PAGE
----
Cycling extracts can be supplemented with green fluorescent protein with a nuclear localization signal (GFP-NLS) and demembranated sperm nuclei which we image with a confocal microscope. Under these conditions biochemical oscillations persist and drive the spontaneous formation of nuclei in the extract. Such cell cycle oscillations can be observed by the fluorescent nuclei (importing GFP-NLS) that periodically appear (interphase) and disappear (mitotic phase). (from Nolet et al (2020))

Creating artificial cells and time lapse imaging

We use time-lapse microscopy to image frog egg extract and the frog and fish embryo development.
In vitro, we encapsulate the egg extract in droplets of different sizes using water-in-oil microemulsions. Those egg extract droplets, also known as artificial cells, perform several robust cell cycles. The egg extract is supplemented with various fluorescent reporters to visualize these periodic cell cycle processes. Using an epifluorescence microscope, we follow the behavior of some proteins and self-organized subcellular structures in bright-field and multiple fluorescence channels in time-lapse. 
In vivo, we image the early embryonic development of African clawed frog, killifish, and zebrafish embryos using a fluorescence stereo zoom microscope. Using fluorescent reporters, we follow and characterize the cellular and subcellular structures of the organisms during the first stages of development.

Temperature control

Many biological/biochemical processes such as the early embryonic development of African clawed frog, killifish, and zebrafish embryos are largely influenced by the environment, such as their surrounding temperature. In order to study this aspect we develop customized temperature devices that allow to precisely control temperature gradients, either locally within the embryo to desynchronize cell division timing, or over multiple embryos to compare the temperature-dependent developmental differences. To this end, we specifically design devices using Peltier elements as heaters and/or coolers in which the embryos can be deposited and studied using microscopy (see e.g. the figure).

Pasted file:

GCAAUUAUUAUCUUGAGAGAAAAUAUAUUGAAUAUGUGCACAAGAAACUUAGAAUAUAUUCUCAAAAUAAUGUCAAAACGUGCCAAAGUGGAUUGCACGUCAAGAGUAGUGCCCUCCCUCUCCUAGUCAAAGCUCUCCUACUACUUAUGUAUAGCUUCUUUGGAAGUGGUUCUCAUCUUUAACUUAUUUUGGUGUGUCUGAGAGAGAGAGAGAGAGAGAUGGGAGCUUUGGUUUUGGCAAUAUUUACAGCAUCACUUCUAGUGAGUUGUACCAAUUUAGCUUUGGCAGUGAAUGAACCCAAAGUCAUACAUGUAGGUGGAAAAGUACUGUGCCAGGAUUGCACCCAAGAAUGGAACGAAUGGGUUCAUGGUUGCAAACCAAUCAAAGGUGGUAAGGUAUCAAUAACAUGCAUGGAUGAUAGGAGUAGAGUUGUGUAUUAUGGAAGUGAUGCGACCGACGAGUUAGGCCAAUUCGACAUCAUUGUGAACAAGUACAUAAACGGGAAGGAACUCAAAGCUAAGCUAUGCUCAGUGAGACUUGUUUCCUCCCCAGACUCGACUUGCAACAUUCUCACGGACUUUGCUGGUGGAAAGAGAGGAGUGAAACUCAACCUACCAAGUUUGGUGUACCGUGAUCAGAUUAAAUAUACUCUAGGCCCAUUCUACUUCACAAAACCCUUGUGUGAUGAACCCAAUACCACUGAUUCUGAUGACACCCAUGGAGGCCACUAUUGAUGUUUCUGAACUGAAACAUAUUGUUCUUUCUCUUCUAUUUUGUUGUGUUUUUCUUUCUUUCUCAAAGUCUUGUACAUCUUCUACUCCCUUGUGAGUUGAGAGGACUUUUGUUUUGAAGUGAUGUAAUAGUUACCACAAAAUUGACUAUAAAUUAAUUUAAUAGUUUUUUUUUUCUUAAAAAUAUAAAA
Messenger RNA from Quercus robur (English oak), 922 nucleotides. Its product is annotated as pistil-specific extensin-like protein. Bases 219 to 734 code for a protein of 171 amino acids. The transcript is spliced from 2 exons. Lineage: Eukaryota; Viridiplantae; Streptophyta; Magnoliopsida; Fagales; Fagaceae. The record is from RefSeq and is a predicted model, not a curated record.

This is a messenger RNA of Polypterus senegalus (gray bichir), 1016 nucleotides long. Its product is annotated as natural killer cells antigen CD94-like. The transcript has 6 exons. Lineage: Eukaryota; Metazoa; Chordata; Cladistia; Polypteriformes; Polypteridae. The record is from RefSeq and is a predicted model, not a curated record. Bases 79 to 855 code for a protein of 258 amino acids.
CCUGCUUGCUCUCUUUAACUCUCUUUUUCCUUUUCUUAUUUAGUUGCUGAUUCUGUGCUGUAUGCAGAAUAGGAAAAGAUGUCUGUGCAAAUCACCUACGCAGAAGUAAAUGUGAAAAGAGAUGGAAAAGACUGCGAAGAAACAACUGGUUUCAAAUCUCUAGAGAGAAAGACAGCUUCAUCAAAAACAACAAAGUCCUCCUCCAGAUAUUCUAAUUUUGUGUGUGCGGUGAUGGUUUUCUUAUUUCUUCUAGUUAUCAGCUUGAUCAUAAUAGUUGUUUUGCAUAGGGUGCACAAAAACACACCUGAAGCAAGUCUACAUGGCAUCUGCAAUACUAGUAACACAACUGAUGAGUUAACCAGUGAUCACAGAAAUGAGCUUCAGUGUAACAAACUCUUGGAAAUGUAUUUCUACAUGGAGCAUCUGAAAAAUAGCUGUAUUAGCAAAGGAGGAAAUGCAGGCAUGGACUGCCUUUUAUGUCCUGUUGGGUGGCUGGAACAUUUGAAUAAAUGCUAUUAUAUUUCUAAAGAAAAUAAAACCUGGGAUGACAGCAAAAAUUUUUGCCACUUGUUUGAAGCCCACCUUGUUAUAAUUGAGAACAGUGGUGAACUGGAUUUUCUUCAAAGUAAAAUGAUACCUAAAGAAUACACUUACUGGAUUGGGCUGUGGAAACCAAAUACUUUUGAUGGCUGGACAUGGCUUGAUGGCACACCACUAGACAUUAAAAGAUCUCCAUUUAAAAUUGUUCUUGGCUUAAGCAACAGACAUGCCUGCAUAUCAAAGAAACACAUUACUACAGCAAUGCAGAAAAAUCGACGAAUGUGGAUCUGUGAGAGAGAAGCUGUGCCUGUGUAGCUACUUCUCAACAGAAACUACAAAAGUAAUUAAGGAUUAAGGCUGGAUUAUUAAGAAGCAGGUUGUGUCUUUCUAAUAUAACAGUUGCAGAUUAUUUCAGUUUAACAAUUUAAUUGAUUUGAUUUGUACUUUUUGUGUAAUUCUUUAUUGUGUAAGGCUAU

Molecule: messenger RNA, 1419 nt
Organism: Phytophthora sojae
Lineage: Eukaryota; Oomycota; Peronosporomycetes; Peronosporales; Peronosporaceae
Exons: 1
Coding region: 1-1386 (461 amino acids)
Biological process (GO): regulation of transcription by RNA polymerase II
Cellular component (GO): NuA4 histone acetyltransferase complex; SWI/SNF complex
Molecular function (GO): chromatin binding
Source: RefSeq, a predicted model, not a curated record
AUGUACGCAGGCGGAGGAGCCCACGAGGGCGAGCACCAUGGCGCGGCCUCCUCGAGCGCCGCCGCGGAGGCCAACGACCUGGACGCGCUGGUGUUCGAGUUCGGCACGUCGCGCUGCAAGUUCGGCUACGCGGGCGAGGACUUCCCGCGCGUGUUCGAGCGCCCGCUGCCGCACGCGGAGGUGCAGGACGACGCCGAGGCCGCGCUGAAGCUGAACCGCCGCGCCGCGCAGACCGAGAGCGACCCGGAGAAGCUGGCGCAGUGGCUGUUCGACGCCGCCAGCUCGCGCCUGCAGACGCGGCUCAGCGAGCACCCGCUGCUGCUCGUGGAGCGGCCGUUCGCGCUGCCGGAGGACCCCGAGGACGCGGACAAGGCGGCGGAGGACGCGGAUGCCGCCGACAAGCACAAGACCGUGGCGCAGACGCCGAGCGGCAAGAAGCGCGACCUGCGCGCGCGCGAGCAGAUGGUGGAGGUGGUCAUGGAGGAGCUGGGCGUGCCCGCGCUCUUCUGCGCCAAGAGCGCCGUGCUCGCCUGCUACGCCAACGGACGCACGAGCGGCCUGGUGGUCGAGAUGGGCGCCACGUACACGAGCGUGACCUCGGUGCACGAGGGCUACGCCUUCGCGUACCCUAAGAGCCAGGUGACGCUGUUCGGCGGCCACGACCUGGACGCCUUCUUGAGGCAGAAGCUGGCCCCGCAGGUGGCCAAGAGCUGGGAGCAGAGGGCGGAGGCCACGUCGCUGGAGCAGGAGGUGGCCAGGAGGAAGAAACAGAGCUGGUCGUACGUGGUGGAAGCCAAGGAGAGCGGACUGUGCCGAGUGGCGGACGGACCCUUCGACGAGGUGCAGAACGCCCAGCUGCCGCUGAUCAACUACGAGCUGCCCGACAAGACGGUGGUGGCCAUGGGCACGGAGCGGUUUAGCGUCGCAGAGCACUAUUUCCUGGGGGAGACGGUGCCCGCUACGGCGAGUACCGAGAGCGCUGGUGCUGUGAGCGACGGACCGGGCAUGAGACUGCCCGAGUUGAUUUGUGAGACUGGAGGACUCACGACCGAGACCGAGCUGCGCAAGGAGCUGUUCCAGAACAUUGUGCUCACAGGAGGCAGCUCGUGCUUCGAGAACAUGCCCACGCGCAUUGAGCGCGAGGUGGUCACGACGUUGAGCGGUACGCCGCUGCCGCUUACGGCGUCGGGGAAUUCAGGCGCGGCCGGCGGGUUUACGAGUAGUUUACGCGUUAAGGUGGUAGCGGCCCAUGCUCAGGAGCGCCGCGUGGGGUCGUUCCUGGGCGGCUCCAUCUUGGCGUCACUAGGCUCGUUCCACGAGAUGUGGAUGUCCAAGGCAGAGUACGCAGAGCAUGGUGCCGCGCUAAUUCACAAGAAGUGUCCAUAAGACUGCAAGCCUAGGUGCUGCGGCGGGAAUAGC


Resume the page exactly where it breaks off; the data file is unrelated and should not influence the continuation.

Custom-made device used to induce a desynchronization in cell division timing within an embryo induced by a temperature gradient (Anderson et al (2017)).


Microfluidics involves the manipulation and control of minute fluid volumes, typically on the microliter or nanoliter scale. We design and use droplet-based microfluidic devices to accurately control the dimensions and content of artificial cells (droplets of egg extract). This approach also leads to higher throughput and reproducibility of our experiments. 

Selected publications


Puls*, O.; Ruiz-Reynés*, D.; Tavella, F.; Jin, M.; Kim, Y.; Gelens*, L.; Yang*, Q.

Mitotic waves in frog egg extracts: Transition from phase waves to trigger waves

2024, visited: 23.01.2024.

Links | BibTeX


Nolet, F. E. *; Vandervelde, A. *; Vanderbeke, A. *; Pineros, L. *; Chang, J. B.; Gelens, L.

Nuclei determine the spatial origin of mitotic waves

In: eLife, vol. 9, pp. e52868, 2020, ISSN: 2050-084X.

Links | BibTeX


Rombouts, J.; Vandervelde, A.; Gelens, L.

Delay models for the early embryonic cell cycle oscillator

In: PLoS One, vol. 13, no. 3, pp. 1-21, 2018.

Links | BibTeX


Anderson*, G. A.; Gelens*, L.; Baker, J.; Ferrell, J. E. Jr.

Desynchronizing Embryonic Cell Division Waves Reveals the Robustness of Xenopus laevis Development

In: Cell Reports, vol. 21, iss. 1, pp. 37–46, 2017, (featured on the cover).

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Gelens, L.; Huang, K. C.; Jr., J. E. Ferrell

How does the Xenopus laevis embryonic cell cycle avoid spatial chaos?

In: Cell Reports, vol. 12, no. 5, pp. 892–900, 2015, ISSN: 2211-1247.

Abstract | Links | BibTeX